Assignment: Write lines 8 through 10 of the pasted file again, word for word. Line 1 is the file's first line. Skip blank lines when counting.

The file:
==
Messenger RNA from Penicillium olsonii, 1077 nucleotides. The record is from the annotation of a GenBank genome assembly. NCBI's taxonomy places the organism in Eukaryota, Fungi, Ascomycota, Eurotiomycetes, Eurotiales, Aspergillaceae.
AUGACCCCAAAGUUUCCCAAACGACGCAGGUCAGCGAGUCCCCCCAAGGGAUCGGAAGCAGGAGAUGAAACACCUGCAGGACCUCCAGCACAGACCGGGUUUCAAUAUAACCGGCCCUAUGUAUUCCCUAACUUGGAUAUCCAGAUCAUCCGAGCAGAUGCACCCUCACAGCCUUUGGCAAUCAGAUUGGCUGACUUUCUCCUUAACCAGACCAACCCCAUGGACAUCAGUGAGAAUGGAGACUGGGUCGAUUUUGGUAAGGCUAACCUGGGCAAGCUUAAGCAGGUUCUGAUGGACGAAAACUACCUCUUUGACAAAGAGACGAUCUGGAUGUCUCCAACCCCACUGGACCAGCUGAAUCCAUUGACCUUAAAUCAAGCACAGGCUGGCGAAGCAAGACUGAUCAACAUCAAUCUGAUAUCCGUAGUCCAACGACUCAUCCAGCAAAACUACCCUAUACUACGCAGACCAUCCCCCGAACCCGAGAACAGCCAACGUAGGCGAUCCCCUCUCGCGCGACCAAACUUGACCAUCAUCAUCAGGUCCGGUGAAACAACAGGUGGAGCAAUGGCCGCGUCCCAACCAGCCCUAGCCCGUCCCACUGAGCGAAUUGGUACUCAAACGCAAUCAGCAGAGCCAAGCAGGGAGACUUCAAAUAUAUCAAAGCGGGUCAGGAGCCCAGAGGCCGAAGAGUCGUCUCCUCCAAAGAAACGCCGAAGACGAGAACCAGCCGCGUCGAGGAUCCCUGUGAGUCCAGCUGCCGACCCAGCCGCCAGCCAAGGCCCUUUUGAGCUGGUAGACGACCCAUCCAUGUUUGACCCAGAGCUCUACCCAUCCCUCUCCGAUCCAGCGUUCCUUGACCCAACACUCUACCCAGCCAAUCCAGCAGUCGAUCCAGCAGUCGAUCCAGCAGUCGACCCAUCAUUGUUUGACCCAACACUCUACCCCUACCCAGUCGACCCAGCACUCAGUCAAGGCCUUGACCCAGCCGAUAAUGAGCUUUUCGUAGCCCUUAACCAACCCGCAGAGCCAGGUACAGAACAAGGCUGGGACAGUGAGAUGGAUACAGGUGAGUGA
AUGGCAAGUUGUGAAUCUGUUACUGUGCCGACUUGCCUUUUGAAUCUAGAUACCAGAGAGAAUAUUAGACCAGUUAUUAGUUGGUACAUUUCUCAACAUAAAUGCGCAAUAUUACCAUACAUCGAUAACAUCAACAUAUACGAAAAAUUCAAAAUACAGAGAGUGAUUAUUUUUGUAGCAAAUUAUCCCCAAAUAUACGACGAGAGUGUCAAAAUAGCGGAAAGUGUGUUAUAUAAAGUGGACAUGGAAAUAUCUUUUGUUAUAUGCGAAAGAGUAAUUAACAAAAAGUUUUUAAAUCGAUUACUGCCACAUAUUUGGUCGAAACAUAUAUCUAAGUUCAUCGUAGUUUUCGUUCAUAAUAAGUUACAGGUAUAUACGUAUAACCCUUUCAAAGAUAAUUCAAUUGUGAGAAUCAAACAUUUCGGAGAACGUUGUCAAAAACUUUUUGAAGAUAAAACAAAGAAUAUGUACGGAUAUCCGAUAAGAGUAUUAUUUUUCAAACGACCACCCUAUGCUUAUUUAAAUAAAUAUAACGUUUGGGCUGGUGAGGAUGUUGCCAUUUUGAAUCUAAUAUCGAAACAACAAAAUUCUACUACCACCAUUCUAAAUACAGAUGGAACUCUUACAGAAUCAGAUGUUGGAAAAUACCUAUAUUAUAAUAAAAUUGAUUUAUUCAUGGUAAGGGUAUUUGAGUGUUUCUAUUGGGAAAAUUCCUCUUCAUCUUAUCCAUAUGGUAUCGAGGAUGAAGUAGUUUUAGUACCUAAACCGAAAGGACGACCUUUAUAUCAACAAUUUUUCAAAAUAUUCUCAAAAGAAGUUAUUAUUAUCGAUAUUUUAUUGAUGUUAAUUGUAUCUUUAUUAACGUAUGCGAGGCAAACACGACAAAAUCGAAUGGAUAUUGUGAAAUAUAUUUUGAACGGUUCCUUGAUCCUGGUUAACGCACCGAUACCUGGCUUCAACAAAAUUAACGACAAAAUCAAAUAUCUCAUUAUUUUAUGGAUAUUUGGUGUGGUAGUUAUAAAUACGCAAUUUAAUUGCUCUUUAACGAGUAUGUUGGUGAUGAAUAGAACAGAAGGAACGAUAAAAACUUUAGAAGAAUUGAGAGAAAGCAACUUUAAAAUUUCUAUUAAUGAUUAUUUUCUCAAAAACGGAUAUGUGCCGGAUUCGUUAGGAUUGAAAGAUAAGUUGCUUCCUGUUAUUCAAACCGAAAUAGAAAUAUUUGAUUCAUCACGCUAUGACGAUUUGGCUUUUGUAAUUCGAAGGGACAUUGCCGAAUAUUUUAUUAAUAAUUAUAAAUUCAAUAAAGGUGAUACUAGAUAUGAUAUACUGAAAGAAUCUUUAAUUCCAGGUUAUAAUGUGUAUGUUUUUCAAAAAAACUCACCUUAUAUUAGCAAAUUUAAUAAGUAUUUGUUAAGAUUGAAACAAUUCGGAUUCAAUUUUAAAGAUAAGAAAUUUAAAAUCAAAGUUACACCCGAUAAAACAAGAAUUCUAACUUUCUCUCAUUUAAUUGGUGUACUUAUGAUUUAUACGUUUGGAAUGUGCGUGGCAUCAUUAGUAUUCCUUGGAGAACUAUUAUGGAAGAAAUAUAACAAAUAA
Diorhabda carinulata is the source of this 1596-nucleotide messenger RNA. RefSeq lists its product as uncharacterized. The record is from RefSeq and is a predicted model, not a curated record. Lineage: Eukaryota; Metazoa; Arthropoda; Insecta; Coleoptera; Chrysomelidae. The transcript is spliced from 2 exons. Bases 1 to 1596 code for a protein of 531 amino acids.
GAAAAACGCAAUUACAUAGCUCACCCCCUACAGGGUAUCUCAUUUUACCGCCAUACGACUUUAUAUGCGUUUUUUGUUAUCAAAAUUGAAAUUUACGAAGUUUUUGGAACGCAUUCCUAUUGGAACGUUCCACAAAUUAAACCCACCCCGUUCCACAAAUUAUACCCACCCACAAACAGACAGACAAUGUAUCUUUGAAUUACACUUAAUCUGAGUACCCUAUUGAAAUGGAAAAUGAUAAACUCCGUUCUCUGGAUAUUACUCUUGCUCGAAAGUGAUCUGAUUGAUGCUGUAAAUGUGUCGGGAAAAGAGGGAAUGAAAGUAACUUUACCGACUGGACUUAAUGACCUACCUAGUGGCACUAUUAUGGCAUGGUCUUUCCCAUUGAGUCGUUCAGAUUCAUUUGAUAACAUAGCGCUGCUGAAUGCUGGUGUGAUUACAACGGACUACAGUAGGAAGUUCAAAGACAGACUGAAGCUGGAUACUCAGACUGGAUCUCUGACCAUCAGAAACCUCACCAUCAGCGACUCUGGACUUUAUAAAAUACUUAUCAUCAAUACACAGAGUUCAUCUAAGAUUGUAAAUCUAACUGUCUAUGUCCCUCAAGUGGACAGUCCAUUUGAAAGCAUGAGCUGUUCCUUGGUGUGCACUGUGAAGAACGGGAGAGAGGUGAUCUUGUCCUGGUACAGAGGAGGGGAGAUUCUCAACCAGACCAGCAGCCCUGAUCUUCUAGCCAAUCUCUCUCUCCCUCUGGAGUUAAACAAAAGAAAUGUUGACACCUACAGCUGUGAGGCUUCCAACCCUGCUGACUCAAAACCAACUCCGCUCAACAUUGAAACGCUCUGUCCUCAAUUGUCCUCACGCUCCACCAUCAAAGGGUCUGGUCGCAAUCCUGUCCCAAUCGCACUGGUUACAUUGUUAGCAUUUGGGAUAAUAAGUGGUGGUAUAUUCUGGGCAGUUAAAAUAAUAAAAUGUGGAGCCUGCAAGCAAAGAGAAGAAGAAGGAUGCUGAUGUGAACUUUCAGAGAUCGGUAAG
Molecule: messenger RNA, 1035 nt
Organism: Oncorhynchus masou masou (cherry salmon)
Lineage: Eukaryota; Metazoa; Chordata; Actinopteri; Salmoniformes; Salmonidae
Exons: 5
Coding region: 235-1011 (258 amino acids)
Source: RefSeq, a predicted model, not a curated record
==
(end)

Lineage: Eukaryota; Metazoa; Chordata; Actinopteri; Salmoniformes; Salmonidae
Exons: 5
Coding region: 235-1011 (258 amino acids)